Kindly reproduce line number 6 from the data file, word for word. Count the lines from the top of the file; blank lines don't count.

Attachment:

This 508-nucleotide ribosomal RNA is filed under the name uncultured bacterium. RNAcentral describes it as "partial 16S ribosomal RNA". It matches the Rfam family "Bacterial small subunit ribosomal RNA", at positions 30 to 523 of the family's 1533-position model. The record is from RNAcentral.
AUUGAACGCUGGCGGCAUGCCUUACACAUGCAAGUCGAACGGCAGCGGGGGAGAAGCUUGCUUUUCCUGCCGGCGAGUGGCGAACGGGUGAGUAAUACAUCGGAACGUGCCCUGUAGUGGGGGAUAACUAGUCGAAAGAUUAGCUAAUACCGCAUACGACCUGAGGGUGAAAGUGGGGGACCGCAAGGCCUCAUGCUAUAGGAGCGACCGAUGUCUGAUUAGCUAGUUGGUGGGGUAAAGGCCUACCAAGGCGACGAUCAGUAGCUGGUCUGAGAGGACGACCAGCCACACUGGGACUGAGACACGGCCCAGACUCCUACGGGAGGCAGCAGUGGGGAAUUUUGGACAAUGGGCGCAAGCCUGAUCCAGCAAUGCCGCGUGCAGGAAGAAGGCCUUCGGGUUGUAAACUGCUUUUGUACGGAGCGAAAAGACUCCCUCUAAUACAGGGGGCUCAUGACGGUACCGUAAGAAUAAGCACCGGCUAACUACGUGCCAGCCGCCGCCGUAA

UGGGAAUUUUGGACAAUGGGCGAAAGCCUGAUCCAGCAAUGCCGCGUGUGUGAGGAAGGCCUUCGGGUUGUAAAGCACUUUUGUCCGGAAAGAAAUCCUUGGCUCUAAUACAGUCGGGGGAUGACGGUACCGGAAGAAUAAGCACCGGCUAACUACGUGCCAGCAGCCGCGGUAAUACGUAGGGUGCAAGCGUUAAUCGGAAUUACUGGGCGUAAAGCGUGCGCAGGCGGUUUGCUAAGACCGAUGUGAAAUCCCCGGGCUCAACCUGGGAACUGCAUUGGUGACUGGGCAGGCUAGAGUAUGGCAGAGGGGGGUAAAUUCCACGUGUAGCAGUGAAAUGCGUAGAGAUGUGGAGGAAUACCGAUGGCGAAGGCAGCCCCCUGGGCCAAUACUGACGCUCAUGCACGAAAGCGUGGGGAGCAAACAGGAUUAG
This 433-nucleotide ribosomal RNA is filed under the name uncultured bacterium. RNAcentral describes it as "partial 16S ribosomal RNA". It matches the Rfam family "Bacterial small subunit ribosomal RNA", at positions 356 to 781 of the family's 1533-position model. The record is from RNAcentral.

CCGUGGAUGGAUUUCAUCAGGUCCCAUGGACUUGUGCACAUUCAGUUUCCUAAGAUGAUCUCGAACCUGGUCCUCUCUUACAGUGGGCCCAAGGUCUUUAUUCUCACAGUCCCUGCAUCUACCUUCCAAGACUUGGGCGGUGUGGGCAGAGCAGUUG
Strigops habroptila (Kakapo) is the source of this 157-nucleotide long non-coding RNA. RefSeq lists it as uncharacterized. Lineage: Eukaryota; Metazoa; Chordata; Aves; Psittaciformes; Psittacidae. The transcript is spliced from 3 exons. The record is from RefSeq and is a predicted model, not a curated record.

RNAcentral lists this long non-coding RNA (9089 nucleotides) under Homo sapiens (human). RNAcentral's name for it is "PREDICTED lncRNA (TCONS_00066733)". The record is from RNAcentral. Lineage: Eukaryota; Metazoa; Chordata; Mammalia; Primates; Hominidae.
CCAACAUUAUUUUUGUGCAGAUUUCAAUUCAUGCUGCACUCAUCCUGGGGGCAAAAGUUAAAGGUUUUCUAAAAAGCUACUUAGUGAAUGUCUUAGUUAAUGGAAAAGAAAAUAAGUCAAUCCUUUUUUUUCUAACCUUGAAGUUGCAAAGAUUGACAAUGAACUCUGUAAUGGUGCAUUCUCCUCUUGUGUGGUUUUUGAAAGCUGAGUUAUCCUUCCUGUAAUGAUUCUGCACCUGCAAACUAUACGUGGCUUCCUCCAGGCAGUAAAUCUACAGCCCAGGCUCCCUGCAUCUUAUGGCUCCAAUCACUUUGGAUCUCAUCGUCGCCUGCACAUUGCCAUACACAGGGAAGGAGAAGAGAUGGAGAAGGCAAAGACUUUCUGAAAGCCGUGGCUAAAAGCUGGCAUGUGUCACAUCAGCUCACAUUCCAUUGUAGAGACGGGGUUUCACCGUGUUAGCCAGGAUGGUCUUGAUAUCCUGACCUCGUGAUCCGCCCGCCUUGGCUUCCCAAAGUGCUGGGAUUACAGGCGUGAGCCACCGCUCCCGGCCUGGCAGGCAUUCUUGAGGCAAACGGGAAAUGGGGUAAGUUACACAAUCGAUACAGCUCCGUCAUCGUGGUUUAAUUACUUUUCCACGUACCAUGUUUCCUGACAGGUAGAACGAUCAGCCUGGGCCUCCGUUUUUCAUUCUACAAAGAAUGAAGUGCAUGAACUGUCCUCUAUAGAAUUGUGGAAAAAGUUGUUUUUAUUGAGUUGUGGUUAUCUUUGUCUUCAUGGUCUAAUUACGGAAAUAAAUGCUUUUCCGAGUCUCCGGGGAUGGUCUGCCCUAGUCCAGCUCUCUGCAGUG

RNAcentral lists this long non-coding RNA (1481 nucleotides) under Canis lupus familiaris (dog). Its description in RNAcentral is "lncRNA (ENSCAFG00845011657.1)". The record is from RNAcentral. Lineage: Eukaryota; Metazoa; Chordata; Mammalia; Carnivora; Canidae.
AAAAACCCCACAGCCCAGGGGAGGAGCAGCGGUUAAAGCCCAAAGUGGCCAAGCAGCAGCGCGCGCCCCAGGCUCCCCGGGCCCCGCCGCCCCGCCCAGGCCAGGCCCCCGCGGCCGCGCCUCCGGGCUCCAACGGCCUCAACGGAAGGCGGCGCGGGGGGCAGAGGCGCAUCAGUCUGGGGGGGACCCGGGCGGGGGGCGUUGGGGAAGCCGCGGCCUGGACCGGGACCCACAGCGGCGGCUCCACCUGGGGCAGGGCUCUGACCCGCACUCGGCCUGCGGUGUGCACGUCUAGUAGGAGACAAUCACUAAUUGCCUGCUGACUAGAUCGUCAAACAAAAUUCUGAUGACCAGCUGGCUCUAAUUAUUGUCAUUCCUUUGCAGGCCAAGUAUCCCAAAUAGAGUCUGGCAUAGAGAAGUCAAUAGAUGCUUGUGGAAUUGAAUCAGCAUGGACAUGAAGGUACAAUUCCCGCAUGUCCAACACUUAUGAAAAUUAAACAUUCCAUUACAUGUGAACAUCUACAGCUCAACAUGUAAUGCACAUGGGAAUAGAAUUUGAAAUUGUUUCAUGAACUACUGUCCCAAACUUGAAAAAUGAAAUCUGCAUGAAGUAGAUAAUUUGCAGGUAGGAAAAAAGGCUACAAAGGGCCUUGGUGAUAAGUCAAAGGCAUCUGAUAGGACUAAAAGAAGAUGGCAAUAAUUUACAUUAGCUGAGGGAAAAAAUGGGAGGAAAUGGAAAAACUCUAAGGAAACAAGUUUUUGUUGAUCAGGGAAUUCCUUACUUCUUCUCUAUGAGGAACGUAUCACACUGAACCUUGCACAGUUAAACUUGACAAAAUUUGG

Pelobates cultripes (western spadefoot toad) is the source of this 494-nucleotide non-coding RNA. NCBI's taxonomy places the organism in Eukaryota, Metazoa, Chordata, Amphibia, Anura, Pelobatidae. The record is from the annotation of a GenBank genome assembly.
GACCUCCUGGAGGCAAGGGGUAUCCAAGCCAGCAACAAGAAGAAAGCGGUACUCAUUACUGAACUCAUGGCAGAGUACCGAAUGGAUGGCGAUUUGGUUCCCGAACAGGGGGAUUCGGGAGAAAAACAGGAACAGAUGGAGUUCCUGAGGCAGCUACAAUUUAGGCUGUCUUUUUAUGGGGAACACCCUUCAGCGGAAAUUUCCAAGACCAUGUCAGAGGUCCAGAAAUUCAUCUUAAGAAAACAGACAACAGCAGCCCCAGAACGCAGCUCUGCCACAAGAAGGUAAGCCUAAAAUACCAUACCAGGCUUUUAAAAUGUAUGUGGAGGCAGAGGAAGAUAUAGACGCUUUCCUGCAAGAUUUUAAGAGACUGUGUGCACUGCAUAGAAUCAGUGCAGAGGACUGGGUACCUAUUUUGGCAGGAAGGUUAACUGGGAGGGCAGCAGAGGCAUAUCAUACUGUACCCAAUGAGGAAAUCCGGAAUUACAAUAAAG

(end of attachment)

Strigops habroptila (Kakapo) is the source of this 157-nucleotide long non-coding RNA. RefSeq lists it as uncharacterized. Lineage: Eukaryota; Metazoa; Chordata; Aves; Psittaciformes; Psittacidae. The transcript is spliced from 3 exons. The record is from RefSeq and is a predicted model, not a curated record.